The history of country music is littered with guys like Riley Crabtree and Leroy Jenkins and Mitchell Torok and Frankie Miller--the coulda-beens and shoulda-beens fallen prey to bad deals and bad decisions, or men for whom being good just wasn't good enough. If the history books are written by and filled with the winners, then the footnotes are the provenance of the so-called losers just shut out from getting their names written in permanent ink. They're the little men who mistook the shadows for the spotlight; they're the big men who had hits (most regional) and still missed out on being remembered. Then, as now, a record deal guaranteed not immortality, just a spot in the cemetery next to every other rotting corpse. Ask Douglas Bragg, whose swinging set could fill any honky-tonk during the 1950s; he died in 1973, at 44, as forgotten as though he never existed.
But David Dennard, who once spent his time making stars of children on their way up (among them Tripping Daisy and Hagfish), has spent recent years digging up the graves and prying open the coffins of local music; there's no cadaver too barren for the picking. His third installment in what can be considered the Big "D" trilogy--after the double-disc Live at the Big "D" Jamboree and The Gals of the Big "D" Jamboree, each as essential as water and whiskey--once more reminds how vibrant the music and musicmakers were in Dallas during the 1950s. Those were the days of Star Talent Records, of Marvin "Smokey" Montgomery, of Lefty Frizzell, of Ed McLemore and Ed Watt, of the Sportatorium; those were the days when Dallas was on its way to becoming Nashville, till cleaning fluid suffocated such dreams along with Jim Beck, who kicked while scrubbing his studio. Those days get more distance each second: Smokey Montgomery joined heaven's backline last year, Boots Bourquin recently shuffled off to play with pal and role model Ernest Tubb, while Ed Watt, booking agent for the Jamboree, died only three weeks ago, and with all three go more local-music memories than a dozen history books.
This collection, like its invaluable predecessors, comes with its share of notable rarities, chief among them two unreleased Frizzell offerings: "Stepping Out" and "Always in Love," both allegedly written by local boy Jimmy Fields and Hank Williams (Fields always said the two were pals, though there's no proof of such tales). Recorded some time in the 1950s at Beck's Ross Avenue studio, with an amalgam of performers likewise difficult to verify given the shaky memories of old men, they're respectable tracks--as easy to remember as they are to forget. And it shines a bright light on the mighty Riley Crabtree, whose four cuts aren't deep enough to satisfy the craving they create.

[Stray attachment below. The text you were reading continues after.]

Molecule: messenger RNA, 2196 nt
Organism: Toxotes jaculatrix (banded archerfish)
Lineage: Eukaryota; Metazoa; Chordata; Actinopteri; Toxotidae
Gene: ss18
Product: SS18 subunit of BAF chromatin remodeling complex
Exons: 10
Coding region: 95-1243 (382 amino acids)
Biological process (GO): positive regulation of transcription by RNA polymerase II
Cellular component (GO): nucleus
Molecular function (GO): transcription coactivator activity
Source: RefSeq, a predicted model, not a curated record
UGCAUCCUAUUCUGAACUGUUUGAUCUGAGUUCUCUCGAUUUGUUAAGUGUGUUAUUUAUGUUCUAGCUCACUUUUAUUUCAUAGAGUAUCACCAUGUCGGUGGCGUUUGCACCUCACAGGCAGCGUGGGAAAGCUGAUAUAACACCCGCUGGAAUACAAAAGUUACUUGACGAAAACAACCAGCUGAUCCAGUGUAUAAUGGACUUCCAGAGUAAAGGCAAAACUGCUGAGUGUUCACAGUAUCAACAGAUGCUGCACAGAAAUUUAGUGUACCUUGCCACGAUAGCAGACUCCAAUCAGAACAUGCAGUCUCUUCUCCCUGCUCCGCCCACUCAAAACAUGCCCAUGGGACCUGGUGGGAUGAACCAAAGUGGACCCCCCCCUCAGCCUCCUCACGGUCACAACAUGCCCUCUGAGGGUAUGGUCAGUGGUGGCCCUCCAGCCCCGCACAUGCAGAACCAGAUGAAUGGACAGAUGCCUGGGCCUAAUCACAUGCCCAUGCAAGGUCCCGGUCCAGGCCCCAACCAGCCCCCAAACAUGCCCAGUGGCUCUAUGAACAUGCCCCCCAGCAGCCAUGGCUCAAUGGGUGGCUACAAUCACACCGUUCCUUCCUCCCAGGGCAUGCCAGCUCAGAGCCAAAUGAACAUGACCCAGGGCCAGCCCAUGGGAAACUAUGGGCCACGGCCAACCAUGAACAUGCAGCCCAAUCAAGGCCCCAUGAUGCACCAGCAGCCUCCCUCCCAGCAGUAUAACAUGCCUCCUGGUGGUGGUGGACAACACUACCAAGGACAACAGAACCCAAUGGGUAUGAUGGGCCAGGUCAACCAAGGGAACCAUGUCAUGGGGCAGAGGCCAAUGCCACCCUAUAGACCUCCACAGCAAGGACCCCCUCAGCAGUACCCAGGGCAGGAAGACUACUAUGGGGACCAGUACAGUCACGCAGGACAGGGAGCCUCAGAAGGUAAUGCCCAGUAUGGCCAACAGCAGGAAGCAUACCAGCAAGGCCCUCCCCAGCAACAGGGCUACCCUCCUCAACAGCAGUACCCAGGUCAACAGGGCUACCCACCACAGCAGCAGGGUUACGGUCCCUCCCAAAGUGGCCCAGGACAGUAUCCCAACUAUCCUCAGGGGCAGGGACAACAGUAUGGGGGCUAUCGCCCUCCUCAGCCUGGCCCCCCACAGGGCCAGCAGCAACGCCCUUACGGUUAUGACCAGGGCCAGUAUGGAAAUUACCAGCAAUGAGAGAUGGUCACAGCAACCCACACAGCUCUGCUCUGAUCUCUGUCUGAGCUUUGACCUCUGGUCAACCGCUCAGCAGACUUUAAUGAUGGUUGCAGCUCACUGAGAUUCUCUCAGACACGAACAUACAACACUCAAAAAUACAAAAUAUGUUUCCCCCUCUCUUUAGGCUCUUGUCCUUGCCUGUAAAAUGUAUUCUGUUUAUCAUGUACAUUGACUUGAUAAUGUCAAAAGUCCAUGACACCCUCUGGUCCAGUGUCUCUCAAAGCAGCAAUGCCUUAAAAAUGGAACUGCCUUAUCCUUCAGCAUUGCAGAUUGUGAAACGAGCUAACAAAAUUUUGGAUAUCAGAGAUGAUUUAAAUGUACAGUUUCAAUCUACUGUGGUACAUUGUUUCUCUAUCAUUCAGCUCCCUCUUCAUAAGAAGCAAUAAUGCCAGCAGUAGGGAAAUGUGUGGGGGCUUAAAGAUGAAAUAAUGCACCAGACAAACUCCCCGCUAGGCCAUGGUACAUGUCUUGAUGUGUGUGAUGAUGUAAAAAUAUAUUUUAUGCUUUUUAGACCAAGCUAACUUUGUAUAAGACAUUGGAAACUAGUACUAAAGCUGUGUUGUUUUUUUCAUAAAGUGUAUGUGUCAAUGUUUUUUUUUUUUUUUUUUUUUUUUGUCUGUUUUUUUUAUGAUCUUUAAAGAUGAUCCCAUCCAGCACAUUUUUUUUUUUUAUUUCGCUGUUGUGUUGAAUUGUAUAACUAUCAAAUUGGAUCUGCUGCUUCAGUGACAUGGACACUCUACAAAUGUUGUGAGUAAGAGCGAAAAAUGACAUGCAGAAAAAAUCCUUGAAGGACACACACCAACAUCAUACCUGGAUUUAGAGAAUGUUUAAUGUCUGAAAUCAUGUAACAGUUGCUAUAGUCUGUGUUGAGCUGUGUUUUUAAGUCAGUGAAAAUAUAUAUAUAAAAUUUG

The Guys of the Big "D" Jamboree reminds what a scattered time the 1950s were for country boys being drowned out by the encroaching roar of rock and roll. In '51, blind boy Leroy Jenkins was making old-timey country at Beck's studio; his "Hard Luck Hard Time Blues" sounds like a vestige from the '30s, when country was back in black. Jenkins, though, is surrounded here by so much proto-rockabilly, honky-tonk hash and the fiddlin' and slidin' around in between, as evidenced by such keepers as Orville Couch and Eddie McDuff's "Be Bop Crazy," Frankie Miller's goofy "Impersonations of Johnny Cash and Lefty Frizzell," Gene O'Quin's "The Hard Way" (which sounds less like Hank I than it does Hank III) and Buddy Griffin's "Just Wait and See." Yeah, it all starts to sound the same after a while; 30 tracks of pedal-steel swingers and monaural shuffles will do that. But this collection's no less priceless than its predecessors, if only because, for 72 thrilling minutes, The Guys of the Big "D" Jamboree remembers what only a handful bothered never to forget.
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